Justice Douglas starts An Almanac of Liberty where our nation began – the adoption of the Declaration of Independence. The process of adoption began on April 12, 1776 when North Carolina instructed its delegates to the Continental Congress to obtain independence. A committee was eventually created to draft the resolution. Within a week, the declaration drafted by Thomas Jefferson was approved.
Last year I read Our Declaration by Danielle Allen which lays out how to read a document drafted by committee and designated to a slaveowner. I highly recommend the boo. She writes about
- the people involved,
- the process of independence, and
- then breaks down the entire document section by section
The rationale for the book came from teaching adults about the document. She recognized its power – and its dilemmas.
Who Wrote the Declaration of Independence?
We all learn in school about Thomas Jefferson sitting at a desk with a candle writing the document we all know. But nothing is as simple as we are taught in school. John Adams said that the ideas of the Declaration had been hackneyed in Congress for two years before. In fact, when the ideas began bouncing around in 1774, according to Allen, Jefferson’s ideas were too radical. Independence was not on the table. Instead, the colonists sought to seek reconciliation with the British.
Within the year, other leaders like Adams and Richard Lee came to agree that the colonies needed to declare independence and began to craft the language. They sought to answer two quetsions:
- Justifying independence and persuade others into it
- How to set up a government and create the civil administrations in each colony once the king is gone.
They believed that independence had been forced onto them by the actions of the king. In doing so, as Douglas wrote, they appealed to two conceptions: revolution was a righteous cause and all men have a common humanity. Of course, as both Douglas and Allen write vigorously about – the founding fathers had a bit of issue reconciling their beliefs with the current social structures of slavery and lack of women rights.
The Philosophy of the Declaration of Independence
As they began to craft the concepts, both Adams and Jefferson came to one concept of the purpose of government: happiness. Before the Declaration of Independence, Adams wrote:
We ought to consider what is the end of government, before we determine which is the best form. upon this point all speculative politicians will agree, that the happiness of society is the end of government, as all divines and moral philosophers will agree that the happiness of the individual is the end of man. From this principle it will follow, that the form of government which communicates ease, comfort, security, or, in one word, happiness, to the greatest number of persons, and in the greatest degree, is the best.Thoughts on Government, John Adams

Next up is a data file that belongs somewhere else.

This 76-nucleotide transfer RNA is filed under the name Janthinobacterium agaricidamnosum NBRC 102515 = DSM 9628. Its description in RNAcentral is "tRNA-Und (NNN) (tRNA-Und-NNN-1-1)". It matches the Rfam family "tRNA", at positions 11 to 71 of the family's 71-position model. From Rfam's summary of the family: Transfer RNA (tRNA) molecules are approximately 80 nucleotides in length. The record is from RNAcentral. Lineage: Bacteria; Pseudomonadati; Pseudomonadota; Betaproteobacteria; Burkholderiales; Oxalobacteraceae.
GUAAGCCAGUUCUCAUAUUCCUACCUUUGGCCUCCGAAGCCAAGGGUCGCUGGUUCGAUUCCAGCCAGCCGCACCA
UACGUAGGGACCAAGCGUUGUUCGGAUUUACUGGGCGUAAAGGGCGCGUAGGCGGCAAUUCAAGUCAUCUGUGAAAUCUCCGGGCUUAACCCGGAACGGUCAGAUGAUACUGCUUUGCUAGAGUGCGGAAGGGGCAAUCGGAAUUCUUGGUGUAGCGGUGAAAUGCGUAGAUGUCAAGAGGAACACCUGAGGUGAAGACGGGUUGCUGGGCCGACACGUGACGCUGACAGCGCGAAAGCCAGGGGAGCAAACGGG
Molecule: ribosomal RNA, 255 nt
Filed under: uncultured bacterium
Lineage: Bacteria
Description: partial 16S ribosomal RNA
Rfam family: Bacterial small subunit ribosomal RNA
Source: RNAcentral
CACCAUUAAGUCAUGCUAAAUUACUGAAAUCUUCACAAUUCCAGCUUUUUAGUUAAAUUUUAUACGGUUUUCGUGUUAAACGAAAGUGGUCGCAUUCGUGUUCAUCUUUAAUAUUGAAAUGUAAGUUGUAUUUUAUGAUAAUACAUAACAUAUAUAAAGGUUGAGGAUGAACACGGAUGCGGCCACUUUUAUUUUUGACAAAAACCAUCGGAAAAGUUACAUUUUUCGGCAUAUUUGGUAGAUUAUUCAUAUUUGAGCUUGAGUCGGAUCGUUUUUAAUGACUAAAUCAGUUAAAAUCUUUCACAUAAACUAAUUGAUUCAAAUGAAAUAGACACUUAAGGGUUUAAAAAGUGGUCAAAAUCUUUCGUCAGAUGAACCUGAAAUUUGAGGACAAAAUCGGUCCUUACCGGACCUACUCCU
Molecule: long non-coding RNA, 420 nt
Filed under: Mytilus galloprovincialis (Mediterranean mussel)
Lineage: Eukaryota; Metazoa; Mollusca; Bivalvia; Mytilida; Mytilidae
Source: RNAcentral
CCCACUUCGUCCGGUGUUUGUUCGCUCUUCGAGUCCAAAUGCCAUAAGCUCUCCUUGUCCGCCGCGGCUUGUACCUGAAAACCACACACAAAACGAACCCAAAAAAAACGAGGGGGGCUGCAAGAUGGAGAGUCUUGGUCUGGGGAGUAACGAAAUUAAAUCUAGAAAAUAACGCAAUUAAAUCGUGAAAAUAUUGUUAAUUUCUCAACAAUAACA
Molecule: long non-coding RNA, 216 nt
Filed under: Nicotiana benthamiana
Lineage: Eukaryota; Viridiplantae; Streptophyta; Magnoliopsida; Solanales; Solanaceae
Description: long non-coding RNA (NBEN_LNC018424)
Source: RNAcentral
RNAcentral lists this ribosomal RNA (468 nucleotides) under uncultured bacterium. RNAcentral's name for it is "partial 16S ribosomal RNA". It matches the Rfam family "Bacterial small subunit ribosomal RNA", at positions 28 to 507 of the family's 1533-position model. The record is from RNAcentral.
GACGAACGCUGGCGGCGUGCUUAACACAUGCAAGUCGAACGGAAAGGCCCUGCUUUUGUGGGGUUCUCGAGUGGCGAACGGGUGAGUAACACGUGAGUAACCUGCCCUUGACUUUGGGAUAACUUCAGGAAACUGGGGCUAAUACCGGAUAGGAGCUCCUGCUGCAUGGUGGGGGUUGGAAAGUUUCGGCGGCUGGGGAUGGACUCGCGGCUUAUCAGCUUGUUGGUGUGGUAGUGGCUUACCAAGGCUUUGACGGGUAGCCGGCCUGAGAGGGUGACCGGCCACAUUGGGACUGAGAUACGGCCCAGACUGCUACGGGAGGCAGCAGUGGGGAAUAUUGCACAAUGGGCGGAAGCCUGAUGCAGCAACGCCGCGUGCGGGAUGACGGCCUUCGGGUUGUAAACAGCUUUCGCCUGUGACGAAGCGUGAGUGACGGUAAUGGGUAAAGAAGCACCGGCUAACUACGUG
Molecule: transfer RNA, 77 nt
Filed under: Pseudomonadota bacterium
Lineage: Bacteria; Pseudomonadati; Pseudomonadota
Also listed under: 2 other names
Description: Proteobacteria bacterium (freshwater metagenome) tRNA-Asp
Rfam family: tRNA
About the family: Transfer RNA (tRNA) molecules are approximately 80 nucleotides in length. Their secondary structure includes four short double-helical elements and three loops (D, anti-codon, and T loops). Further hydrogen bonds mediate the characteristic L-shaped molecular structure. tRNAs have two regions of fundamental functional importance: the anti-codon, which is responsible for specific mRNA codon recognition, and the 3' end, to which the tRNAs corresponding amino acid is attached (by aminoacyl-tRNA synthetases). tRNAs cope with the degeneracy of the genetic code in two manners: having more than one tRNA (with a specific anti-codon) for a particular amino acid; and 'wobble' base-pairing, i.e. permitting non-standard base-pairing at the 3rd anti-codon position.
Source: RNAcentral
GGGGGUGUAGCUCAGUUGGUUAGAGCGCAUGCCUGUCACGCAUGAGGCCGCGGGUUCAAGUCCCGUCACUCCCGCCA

Douglas focuses on rights when examining the philosophy. Similar to his discussion on faith, Douglas looks to natural rights and what rights belong to man as the son of God. Although he uses such language often, he believed strongly in the separation of church and state. He fundamentally believed that religion acted as a cornerstone to American society. And his jurisprudence on this issue has led to much of the confusion surrounding the Establishment Clause.
Safeguarding Human Rights
Additionally, Douglas adds that the language of securing rights mean to safeguard those rights. In other words, we have the rights and liberty but we need a government to ensure those rights do not diminish. He concludes by noting that this safeguard distinguishes democratic and totalitarian societies. In a fascist state, an individual receives rights from the government. However, in our society, our rights remain unalienable.
I truly wish his words rang true today. But when you look around our country, rights do seem to come from the government. The government currently wants to determine who counts as a person and who does not. The government jails individuals without due process. And the government fails to act in any redeeming quality to ensure that the human rights of many of its people remain. I doubt Douglas would disagree or support anything occurring in this current administration. But when we do look at the philosophy of the Declaration of Independence, we must remember its words still need safeguarding as well.
The Impact of the Declaration of Independence
Danielle Allen concludes her book by stating that the Declaration as a coherent philosophy. It outlines that equality has precedence over freedom. Only when we achieve equality, can we achieve freedom. She examines how the Declaration makes us examine our own democracy and democratic powers. However, she believes that most Americans never read the 1,337 words.
Justice Douglas wrote in the foreword of the Almanac that our freedom and liberty will be easy to redeem if we remember the fundamentals. If we remember the method and means that helped us achieve freedom,we win. He also notes how the words of the Declaration echoed through history. He points to other groups who used them to achieve their own fights for humanity.